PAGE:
Principal’s designee within one school day of the verbal report of the incident. The investigation shall be conducted by the school Anti-Bullying

Specialist. The Principal may appoint additional personnel who are not school Anti-Bullying Specialists to assist the school Anti-Bullying Specialist in the investigation.

The investigation shall be completed and the written findings submitted to the Principal as soon as possible, but not later than ten school days from the date of the written report of the alleged incident of harassment, intimidation, or bullying. Should information regarding the reported incident and the investigation be received after the end of the ten-day period, the school Anti-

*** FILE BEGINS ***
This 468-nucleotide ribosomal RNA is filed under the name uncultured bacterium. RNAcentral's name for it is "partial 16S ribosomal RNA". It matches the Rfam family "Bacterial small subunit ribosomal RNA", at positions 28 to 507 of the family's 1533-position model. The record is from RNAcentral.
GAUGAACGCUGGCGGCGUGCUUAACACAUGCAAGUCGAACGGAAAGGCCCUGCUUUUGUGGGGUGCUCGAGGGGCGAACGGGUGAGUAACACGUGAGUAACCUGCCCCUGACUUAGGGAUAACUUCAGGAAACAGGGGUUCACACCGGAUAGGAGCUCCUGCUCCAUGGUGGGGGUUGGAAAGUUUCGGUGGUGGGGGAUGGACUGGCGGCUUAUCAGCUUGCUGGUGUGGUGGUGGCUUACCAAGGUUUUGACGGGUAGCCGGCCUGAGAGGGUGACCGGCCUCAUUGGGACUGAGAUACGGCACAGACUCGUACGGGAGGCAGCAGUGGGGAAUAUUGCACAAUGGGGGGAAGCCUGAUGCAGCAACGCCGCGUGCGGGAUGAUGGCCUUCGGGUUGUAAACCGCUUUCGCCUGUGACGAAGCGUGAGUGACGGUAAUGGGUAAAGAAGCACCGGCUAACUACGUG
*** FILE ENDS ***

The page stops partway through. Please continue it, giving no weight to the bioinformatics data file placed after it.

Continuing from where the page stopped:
Bullying Specialist or the Principal shall amend the original report of the results of the investigation to ensure there is an accurate and current record of the facts and activities concerning the reported incident.

Note: The complete Harassment, Intimidation, and Bullying Policy Statement can be found on the schools website at http://www.mcvts.net

“Electronic communication” means a communication transmitted by means of an electronic device, including, but not limited to, a telephone, cellular phone, computer, or pager. The district prohibits active or passive support for acts of harassment, intimidation, or bullying. Pupils are encouraged to support other pupils who:

1. Walk away from acts of harassment, intimidation, and bullying when they see them;

2. Constructively attempt to stop acts of harassment, intimidation, or bullying;